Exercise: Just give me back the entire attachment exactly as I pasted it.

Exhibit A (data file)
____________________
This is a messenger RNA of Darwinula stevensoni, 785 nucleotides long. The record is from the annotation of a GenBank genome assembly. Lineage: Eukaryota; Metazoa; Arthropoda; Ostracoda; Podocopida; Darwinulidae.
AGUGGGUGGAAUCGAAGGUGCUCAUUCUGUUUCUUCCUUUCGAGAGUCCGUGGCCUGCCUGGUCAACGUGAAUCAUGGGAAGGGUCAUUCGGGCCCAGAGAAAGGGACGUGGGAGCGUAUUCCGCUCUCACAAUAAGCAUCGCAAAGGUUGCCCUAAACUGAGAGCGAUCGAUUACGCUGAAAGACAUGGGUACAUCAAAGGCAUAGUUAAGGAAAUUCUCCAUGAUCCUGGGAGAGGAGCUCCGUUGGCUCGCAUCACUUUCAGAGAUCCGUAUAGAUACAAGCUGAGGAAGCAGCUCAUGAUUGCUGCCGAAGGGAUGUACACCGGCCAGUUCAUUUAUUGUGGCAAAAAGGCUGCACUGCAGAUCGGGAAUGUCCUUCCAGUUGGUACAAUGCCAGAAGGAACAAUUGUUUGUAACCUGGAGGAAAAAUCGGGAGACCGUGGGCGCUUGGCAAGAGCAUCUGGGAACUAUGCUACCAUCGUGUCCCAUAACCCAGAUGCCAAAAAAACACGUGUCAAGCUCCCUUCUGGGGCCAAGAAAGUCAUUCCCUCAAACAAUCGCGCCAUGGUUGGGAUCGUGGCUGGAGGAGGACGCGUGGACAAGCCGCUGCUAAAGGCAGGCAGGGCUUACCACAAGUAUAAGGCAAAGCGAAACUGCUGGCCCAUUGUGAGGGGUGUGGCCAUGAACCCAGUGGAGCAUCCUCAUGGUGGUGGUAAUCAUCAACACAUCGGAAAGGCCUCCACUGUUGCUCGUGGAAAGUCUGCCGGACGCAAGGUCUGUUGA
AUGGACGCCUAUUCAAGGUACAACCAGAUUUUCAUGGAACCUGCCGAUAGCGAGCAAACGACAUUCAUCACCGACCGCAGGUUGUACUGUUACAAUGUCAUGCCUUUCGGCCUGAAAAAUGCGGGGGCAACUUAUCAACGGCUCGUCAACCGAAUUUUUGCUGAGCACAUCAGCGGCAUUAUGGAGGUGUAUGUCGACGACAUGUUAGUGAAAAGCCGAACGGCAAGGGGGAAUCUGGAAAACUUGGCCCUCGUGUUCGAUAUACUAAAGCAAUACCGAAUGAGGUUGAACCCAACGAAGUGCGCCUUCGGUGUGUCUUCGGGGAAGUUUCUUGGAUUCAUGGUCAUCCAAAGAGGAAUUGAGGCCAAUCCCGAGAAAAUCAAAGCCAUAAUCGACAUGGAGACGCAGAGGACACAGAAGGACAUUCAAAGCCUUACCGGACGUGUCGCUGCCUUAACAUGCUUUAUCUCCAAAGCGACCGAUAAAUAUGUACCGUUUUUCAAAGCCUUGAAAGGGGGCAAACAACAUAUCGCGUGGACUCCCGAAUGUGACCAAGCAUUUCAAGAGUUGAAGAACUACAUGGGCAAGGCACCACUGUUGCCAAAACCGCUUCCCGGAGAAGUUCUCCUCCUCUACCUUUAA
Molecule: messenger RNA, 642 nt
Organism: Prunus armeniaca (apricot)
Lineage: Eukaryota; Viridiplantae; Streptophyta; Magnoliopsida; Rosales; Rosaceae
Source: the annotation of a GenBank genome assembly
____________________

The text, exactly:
This is a messenger RNA of Darwinula stevensoni, 785 nucleotides long. The record is from the annotation of a GenBank genome assembly. Lineage: Eukaryota; Metazoa; Arthropoda; Ostracoda; Podocopida; Darwinulidae.
AGUGGGUGGAAUCGAAGGUGCUCAUUCUGUUUCUUCCUUUCGAGAGUCCGUGGCCUGCCUGGUCAACGUGAAUCAUGGGAAGGGUCAUUCGGGCCCAGAGAAAGGGACGUGGGAGCGUAUUCCGCUCUCACAAUAAGCAUCGCAAAGGUUGCCCUAAACUGAGAGCGAUCGAUUACGCUGAAAGACAUGGGUACAUCAAAGGCAUAGUUAAGGAAAUUCUCCAUGAUCCUGGGAGAGGAGCUCCGUUGGCUCGCAUCACUUUCAGAGAUCCGUAUAGAUACAAGCUGAGGAAGCAGCUCAUGAUUGCUGCCGAAGGGAUGUACACCGGCCAGUUCAUUUAUUGUGGCAAAAAGGCUGCACUGCAGAUCGGGAAUGUCCUUCCAGUUGGUACAAUGCCAGAAGGAACAAUUGUUUGUAACCUGGAGGAAAAAUCGGGAGACCGUGGGCGCUUGGCAAGAGCAUCUGGGAACUAUGCUACCAUCGUGUCCCAUAACCCAGAUGCCAAAAAAACACGUGUCAAGCUCCCUUCUGGGGCCAAGAAAGUCAUUCCCUCAAACAAUCGCGCCAUGGUUGGGAUCGUGGCUGGAGGAGGACGCGUGGACAAGCCGCUGCUAAAGGCAGGCAGGGCUUACCACAAGUAUAAGGCAAAGCGAAACUGCUGGCCCAUUGUGAGGGGUGUGGCCAUGAACCCAGUGGAGCAUCCUCAUGGUGGUGGUAAUCAUCAACACAUCGGAAAGGCCUCCACUGUUGCUCGUGGAAAGUCUGCCGGACGCAAGGUCUGUUGA
AUGGACGCCUAUUCAAGGUACAACCAGAUUUUCAUGGAACCUGCCGAUAGCGAGCAAACGACAUUCAUCACCGACCGCAGGUUGUACUGUUACAAUGUCAUGCCUUUCGGCCUGAAAAAUGCGGGGGCAACUUAUCAACGGCUCGUCAACCGAAUUUUUGCUGAGCACAUCAGCGGCAUUAUGGAGGUGUAUGUCGACGACAUGUUAGUGAAAAGCCGAACGGCAAGGGGGAAUCUGGAAAACUUGGCCCUCGUGUUCGAUAUACUAAAGCAAUACCGAAUGAGGUUGAACCCAACGAAGUGCGCCUUCGGUGUGUCUUCGGGGAAGUUUCUUGGAUUCAUGGUCAUCCAAAGAGGAAUUGAGGCCAAUCCCGAGAAAAUCAAAGCCAUAAUCGACAUGGAGACGCAGAGGACACAGAAGGACAUUCAAAGCCUUACCGGACGUGUCGCUGCCUUAACAUGCUUUAUCUCCAAAGCGACCGAUAAAUAUGUACCGUUUUUCAAAGCCUUGAAAGGGGGCAAACAACAUAUCGCGUGGACUCCCGAAUGUGACCAAGCAUUUCAAGAGUUGAAGAACUACAUGGGCAAGGCACCACUGUUGCCAAAACCGCUUCCCGGAGAAGUUCUCCUCCUCUACCUUUAA
Molecule: messenger RNA, 642 nt
Organism: Prunus armeniaca (apricot)
Lineage: Eukaryota; Viridiplantae; Streptophyta; Magnoliopsida; Rosales; Rosaceae
Source: the annotation of a GenBank genome assembly